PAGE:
Apple Rejecting Apps For Not Showing Ads
A spate of rejections greeted app developers Friday as Apple started to enforce an oft-overlooked clause in their developer license for apps. The clause affects apps that retrieve the user’s IDFA (Identifier for Advertiser) but show no ads inside the app. The clause states:
“You and Your Applications (and any third party with whom you have contracted to serve advertising) may use the Advertising Identifier, and any information obtained through the use of the Advertising Identifier, only for the purpose of serving advertising. If a user resets the Advertising Identifier, then You agree not to combine, correlate, link or otherwise associate, either directly or indirectly, the prior Advertising Identifier and any derived information with the reset Advertising Identifier.”
This seems straightforward, but the reality is that in advertising, it takes two to tango. There is the app showing the ads (the publisher) and the app being advertised (the advertiser). The publisher is allowed to access the IDFA, but the advertiser isn’t. However, most ad networks charge the advertiser only once the advertiser’s app is installed and run by the user (an arrangement called CPI or Cost Per Install). The industry standard method for ad networks to track this transaction is via matching the IDFA – which means the advertiser needs to access the IDFA and pass it to the ad network to track the install. So 99% of the advertiser apps today collect the IDFA and will likely run afoul of this rule.
The enforcement of this rule throws a big ugly wrench into the mobile advertising ecosystem. To make matters worse, Apple has systematically removed all other tools networks have to identify users like MAC address or UDID.
And it goes beyond advertising: many analytics and optimization services rely on the IDFA. Apps integrated with Mixpanel, for instance, have been rejected for collecting the IDFA, but Mixpanel’s default integration relies on this identifier.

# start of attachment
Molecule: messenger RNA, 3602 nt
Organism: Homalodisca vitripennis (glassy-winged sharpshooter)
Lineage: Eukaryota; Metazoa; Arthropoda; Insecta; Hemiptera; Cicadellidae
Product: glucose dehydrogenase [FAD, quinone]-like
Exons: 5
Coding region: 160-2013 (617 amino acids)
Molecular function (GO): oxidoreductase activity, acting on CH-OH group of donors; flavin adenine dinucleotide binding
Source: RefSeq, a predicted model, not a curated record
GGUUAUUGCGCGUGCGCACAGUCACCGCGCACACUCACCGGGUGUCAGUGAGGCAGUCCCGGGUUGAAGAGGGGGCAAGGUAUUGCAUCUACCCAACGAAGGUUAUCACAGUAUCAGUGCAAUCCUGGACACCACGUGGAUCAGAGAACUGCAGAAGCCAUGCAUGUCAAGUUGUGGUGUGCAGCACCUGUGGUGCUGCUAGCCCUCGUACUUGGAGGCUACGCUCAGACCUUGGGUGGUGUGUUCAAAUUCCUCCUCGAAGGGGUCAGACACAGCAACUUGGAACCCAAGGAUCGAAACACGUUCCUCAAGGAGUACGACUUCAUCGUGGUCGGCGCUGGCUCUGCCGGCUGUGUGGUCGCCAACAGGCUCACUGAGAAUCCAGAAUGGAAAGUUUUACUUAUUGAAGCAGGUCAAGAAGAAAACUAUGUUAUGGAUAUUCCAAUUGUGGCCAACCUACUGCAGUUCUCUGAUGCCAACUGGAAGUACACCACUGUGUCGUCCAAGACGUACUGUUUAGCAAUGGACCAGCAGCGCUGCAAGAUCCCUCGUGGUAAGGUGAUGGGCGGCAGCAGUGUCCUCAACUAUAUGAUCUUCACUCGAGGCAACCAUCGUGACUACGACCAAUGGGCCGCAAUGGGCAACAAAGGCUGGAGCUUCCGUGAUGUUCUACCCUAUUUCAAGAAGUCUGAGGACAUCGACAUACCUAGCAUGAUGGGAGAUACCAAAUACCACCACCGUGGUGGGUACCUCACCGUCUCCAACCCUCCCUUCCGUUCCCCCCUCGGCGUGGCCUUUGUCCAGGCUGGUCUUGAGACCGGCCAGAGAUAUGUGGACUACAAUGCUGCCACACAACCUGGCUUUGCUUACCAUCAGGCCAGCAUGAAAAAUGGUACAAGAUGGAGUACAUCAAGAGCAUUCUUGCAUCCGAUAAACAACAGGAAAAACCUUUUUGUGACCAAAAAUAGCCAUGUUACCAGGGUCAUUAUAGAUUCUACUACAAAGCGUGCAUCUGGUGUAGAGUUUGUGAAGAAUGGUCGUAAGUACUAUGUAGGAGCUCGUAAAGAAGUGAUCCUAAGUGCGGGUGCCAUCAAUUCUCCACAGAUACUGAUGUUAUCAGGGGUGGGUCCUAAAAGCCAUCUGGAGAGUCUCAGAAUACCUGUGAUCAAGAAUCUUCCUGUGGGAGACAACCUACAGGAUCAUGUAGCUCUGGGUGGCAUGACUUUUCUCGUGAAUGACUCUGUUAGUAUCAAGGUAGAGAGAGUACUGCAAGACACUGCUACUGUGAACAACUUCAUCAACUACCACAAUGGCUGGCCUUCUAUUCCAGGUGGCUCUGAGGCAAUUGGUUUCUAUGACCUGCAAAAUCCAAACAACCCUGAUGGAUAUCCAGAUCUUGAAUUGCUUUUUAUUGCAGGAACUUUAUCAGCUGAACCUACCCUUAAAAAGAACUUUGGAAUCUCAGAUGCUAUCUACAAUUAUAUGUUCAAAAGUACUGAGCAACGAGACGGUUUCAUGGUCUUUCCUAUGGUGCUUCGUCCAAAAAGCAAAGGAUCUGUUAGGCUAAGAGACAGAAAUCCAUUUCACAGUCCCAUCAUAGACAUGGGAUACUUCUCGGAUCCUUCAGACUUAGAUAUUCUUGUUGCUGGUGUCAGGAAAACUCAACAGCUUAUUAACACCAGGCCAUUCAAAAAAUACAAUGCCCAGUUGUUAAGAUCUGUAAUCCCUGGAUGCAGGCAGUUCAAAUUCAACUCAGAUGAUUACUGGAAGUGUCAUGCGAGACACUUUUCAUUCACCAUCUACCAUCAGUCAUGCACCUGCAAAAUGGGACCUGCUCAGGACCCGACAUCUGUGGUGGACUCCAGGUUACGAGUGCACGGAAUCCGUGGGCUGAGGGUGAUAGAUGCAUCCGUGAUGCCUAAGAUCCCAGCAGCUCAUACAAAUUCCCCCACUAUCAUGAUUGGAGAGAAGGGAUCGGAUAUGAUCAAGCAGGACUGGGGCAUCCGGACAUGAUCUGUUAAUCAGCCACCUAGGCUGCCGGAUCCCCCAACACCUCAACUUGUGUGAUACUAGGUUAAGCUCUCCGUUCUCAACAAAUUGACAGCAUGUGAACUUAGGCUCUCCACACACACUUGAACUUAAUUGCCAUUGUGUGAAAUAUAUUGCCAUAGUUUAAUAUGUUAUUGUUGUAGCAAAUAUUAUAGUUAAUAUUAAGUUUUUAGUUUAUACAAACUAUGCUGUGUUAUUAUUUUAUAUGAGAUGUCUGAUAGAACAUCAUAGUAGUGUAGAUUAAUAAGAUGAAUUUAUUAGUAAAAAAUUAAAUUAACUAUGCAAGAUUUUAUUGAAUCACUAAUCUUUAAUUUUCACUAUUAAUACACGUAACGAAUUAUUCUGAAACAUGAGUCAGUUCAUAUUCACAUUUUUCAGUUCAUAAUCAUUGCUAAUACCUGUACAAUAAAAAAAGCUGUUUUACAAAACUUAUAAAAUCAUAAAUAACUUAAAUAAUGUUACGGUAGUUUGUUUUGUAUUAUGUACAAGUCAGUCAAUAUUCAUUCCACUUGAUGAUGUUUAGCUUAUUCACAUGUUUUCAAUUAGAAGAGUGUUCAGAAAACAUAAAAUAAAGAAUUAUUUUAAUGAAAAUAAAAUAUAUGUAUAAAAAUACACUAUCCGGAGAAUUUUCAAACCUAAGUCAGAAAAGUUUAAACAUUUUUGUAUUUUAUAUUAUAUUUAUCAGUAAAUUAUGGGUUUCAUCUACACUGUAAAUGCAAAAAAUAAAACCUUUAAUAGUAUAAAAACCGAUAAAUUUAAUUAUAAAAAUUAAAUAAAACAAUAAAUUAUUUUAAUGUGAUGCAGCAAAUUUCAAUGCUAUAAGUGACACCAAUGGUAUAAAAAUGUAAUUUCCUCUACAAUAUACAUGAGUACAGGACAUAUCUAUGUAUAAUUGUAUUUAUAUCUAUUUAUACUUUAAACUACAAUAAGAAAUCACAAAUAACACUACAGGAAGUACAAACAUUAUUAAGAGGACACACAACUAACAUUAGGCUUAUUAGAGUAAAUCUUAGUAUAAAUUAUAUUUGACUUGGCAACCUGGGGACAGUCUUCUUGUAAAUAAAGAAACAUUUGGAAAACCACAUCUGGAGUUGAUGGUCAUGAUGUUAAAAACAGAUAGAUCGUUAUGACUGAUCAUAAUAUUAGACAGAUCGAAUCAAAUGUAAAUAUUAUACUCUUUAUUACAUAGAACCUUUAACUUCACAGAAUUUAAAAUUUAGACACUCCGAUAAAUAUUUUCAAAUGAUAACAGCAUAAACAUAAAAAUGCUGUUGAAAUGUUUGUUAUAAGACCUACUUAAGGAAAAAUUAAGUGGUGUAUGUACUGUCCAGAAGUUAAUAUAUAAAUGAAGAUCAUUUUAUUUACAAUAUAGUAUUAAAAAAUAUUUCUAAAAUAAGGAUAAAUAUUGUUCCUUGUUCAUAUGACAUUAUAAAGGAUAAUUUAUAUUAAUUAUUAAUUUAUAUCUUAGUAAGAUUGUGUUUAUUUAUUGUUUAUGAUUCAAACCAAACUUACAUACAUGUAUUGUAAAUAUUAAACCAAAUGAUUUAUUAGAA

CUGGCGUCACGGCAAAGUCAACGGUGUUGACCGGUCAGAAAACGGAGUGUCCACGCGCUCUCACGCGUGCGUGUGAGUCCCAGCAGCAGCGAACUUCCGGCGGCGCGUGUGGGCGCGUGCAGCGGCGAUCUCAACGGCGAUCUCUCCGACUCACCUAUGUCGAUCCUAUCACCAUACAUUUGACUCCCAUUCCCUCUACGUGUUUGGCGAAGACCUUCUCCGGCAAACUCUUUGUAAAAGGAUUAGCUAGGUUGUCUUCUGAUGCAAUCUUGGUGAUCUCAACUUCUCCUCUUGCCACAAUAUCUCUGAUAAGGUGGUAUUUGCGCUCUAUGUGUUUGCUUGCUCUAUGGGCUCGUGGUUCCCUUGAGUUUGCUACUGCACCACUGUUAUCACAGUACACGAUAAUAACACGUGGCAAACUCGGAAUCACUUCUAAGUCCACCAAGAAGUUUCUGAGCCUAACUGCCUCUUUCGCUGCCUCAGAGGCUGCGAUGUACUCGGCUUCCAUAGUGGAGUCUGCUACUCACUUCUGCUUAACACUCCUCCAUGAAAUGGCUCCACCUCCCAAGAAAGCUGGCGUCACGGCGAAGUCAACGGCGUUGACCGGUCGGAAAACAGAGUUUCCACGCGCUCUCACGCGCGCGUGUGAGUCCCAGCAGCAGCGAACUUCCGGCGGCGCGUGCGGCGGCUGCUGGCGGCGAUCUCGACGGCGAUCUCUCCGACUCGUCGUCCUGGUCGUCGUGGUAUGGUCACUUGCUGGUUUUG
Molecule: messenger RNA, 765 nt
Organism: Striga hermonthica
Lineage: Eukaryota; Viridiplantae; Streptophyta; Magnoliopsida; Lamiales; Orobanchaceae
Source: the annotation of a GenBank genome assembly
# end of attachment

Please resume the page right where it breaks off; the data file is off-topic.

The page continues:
Why is Apple doing this? They probably don’t like the fact that apps have been collecting and warehousing IDFAs to use for all sorts of purposes, from running retargeting campaigns to building user profiles. These broad tracking and targeting technologies may be seen by Apple as eroding end-user privacy.
When Apple introduced the IDFA, they included the ability for users to reset the identifier. But this is something a very small portion of users are aware of, and it seems Apple has decided they need to do more to prevent IDFA abuse.
As a side effect, this will push ad networks to a Cost Per Click (CPC) model and away from CPI – which is worse for the advertisers. (Publishers generally already get paid per click, ahem tap, or impression). Of course, it helps that Apple’s own ad network, iAd, is not affected by these restrictions. Advertisers who want to preserve their ability to run CPI campaigns may try to work around the new restrictions by adding a small amount of advertising to their app, but whether this will mollify Apple is unclear.
Doom and gloom aside, this doesn’t seriously impact Tapstream customers since our platform is engineered to use IDFA as a supplementary signal. Everything we do works without it, from conversion tracking to deferred deep links – all through our industry-leading fingerprinting solution. But to ensure your app doesn’t get flagged for rejection if you’re not running ads, check our note on IDFA collection in our iOS SDK documentation.
Update: We’ve posted an update with more information, including which SDKs are affected and what you need to do to avoid getting your app rejected.